ELIZABETH, NJ - For Stephen Soares, two things have remained constant throughout his 30 years: a love of cars, and a dream to drive a truck.
“All my life, I wanted to be a truck driver,” he said. “I wanted to do something that was going to make a good living and earn enough money to make things better in my life.”
Soares is a person with a developmental disability, part of a population that faces exceedingly disproportionate rates of poverty, food insecurity and employment discrimination. In 2017, the unemployment rate for Americans with disabilities was 9.2 percent, according to the U.S. Bureau of Labor Statistics, more than twice that of Americans without a disability. Many are forced to live on meager disability funding due to a lack of living-wage opportunity and stigma.
So, when Soares set out to build a career as a trucker, he and his support staff at Community Access Unlimited (CAU), a Union County-based human services agency, knew the obstacles and frustrations ahead of them were many.
To obtain a commercial driver’s license in NJ, applicants must receive a passing grade of 80 percent. Over the course of about two years, Stephen took and missed the mark on his exams more than a dozen times, struggling through periods of self-doubt and disappointment.
But this past September, the countless hours of studying, the setbacks and an undying determination to realize a childhood dream finally paid off.
“I went to driving school, studied, practiced and then I would take the test. I would get close, but not close enough,” Soares said. “One day I said, ‘Let me just try this again and see.’ I passed it.”
What made the difference this time around, according to Soares and his job coach at CAU, Erik Velasquez, was setting a goal: practice, work, study, practice some more and get that CDL by October. Soares said that having Velasquez by his side made all the difference.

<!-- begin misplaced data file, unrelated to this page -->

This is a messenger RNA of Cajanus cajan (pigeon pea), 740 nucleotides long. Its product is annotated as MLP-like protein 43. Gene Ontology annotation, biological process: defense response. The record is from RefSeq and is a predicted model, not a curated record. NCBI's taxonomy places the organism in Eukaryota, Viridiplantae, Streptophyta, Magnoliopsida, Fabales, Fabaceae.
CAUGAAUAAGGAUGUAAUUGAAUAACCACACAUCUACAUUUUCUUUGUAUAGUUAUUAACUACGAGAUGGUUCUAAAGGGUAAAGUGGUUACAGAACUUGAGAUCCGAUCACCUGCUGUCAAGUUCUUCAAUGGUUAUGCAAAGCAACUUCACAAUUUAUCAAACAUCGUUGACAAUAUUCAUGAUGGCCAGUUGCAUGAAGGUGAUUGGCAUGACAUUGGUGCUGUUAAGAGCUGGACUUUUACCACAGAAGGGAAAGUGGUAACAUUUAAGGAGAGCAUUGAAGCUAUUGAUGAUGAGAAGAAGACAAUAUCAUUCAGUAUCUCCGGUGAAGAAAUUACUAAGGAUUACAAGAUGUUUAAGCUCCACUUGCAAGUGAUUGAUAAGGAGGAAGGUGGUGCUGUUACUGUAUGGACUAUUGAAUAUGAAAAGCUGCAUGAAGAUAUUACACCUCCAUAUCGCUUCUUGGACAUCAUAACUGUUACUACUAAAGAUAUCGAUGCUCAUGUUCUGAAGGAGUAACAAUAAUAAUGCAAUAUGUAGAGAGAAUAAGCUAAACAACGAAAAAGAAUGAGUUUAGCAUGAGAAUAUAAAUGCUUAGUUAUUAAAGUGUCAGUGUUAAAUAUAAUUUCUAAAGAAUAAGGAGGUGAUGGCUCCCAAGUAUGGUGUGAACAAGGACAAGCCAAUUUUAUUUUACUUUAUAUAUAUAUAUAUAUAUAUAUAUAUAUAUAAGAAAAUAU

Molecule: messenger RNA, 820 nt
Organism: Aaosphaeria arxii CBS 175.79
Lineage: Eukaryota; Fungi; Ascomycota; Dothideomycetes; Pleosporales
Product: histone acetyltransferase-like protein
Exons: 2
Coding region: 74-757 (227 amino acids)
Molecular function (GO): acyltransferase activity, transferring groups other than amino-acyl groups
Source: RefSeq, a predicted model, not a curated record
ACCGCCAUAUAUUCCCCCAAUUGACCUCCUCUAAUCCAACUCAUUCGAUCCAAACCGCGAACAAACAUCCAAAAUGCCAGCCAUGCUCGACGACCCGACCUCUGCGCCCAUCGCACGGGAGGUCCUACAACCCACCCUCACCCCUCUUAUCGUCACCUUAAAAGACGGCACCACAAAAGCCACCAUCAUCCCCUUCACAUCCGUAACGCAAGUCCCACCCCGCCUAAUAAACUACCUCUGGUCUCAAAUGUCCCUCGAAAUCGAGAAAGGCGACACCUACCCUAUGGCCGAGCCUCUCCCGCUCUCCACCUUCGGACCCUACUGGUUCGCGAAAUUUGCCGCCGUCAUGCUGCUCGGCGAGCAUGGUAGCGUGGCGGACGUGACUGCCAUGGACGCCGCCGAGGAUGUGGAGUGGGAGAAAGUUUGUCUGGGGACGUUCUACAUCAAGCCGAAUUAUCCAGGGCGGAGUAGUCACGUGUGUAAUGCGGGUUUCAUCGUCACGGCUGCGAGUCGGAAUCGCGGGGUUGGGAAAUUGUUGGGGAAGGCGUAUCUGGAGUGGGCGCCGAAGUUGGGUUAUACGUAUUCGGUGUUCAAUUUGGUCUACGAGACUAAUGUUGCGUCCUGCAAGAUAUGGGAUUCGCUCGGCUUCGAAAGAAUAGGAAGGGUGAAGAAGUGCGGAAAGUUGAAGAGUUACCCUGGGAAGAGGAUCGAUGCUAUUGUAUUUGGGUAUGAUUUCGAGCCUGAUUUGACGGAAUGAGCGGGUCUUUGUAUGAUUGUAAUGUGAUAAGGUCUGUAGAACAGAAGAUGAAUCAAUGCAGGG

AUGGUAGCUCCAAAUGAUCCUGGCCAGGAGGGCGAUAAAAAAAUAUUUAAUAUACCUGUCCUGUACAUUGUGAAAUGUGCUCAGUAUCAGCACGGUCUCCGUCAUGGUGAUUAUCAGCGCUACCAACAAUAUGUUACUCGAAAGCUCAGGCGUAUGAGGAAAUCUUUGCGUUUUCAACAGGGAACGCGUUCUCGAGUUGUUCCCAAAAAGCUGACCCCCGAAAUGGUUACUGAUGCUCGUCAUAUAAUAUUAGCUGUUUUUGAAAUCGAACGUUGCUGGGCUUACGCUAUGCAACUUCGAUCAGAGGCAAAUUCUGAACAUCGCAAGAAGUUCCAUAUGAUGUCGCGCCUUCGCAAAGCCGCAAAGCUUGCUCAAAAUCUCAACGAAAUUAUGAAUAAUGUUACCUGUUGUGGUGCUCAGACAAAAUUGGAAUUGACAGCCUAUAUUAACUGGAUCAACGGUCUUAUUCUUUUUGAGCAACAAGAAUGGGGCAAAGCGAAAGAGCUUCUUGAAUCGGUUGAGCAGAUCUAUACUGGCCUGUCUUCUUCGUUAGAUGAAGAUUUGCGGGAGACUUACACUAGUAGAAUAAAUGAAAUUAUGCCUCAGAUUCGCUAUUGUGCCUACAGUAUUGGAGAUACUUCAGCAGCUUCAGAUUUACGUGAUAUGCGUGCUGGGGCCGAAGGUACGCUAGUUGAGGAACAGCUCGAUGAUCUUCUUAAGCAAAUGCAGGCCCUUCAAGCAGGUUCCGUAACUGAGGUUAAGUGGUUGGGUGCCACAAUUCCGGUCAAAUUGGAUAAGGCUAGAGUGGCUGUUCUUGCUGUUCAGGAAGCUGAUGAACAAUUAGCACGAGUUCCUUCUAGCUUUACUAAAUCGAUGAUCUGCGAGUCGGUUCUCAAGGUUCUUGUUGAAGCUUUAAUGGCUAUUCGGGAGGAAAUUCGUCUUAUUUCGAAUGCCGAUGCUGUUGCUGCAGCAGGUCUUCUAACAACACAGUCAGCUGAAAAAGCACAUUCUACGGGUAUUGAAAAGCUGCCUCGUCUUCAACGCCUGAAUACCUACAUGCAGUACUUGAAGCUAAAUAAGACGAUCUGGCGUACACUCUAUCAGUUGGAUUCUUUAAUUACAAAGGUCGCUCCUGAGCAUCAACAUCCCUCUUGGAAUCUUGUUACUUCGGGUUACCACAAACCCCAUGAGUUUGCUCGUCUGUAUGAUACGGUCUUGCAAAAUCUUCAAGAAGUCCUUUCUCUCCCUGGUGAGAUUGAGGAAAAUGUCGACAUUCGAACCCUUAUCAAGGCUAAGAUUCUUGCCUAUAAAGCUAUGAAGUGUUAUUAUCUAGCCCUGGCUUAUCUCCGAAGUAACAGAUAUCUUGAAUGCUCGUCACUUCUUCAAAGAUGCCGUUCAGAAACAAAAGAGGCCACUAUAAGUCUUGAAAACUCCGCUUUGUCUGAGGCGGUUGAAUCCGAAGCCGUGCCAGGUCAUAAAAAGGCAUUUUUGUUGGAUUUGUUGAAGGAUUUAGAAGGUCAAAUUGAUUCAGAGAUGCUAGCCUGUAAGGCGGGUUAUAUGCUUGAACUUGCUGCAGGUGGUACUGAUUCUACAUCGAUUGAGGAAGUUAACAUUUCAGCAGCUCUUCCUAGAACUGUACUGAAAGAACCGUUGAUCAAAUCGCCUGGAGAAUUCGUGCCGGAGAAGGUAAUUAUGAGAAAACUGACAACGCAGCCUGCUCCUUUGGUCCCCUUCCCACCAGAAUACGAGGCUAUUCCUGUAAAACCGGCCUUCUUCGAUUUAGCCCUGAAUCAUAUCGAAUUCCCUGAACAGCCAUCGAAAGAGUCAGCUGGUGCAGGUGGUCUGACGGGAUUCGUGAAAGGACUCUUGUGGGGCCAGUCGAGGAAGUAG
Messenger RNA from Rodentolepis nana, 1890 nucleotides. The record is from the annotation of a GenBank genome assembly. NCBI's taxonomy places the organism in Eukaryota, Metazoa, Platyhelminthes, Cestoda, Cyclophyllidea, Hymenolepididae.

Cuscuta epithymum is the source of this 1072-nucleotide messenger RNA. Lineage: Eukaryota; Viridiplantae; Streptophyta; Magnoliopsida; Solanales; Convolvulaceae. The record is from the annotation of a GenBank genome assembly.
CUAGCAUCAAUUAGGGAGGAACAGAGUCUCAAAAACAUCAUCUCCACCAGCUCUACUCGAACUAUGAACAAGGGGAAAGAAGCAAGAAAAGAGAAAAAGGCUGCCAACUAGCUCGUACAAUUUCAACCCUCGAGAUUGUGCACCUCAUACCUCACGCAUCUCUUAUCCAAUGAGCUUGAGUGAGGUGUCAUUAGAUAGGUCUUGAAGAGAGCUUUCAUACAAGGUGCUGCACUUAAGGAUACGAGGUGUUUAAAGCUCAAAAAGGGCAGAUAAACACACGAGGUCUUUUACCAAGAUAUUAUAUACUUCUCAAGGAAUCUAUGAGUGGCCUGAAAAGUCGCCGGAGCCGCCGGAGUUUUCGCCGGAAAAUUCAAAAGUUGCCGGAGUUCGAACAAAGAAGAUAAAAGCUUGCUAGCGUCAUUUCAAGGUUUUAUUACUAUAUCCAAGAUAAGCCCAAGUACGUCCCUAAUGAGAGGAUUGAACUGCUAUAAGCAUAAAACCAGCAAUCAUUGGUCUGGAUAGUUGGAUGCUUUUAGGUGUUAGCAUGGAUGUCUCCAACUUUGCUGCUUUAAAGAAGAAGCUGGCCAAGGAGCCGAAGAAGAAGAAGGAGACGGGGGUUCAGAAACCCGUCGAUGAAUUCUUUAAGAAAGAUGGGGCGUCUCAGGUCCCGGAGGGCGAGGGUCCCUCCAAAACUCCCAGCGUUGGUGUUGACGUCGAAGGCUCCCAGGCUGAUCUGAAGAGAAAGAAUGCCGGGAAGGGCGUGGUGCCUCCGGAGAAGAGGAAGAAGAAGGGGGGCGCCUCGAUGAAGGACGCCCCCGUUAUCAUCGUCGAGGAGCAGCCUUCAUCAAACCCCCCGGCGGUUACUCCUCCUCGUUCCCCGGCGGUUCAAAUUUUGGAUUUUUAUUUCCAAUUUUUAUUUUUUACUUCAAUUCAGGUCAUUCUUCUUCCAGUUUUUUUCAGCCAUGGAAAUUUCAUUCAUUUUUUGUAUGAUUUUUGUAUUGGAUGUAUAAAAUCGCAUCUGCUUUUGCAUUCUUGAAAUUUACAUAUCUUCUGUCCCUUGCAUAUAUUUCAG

"He's come such a long way," Velasquez said. “I tell him every day, ‘Keep going forward, Don't stop. Reach your goal.' I felt great for him and myself because we work as a team. We accomplished what we came to do.”
Fredia McKinnie, the assistant executive director of CAU’s employment services, watched Soares’ steady journey toward his destination. Not only is he now a holder of a commercial drivers license, she said, but a better, more confident person for what he went through to obtain it.
"This has been a long process for him, something he really wanted to do. Just watching him progress and mature -- he's not the same Stephen that started this process two years ago. That growth is what has really gotten him to this space,” McKinnie added.
What’s next for Soares, who currently works part-time as a diesel mechanic and delivery person? Getting his dream job, and continuing to show the world that ability does not define possibility.
“[People with disabilities] could make every dream come true that we put our minds to,” he said.
October is National Disability Employment Awareness Month. To find out how your business can benefit from hiring individuals with disabilities, contact Fredia McKinnie at email@example.com.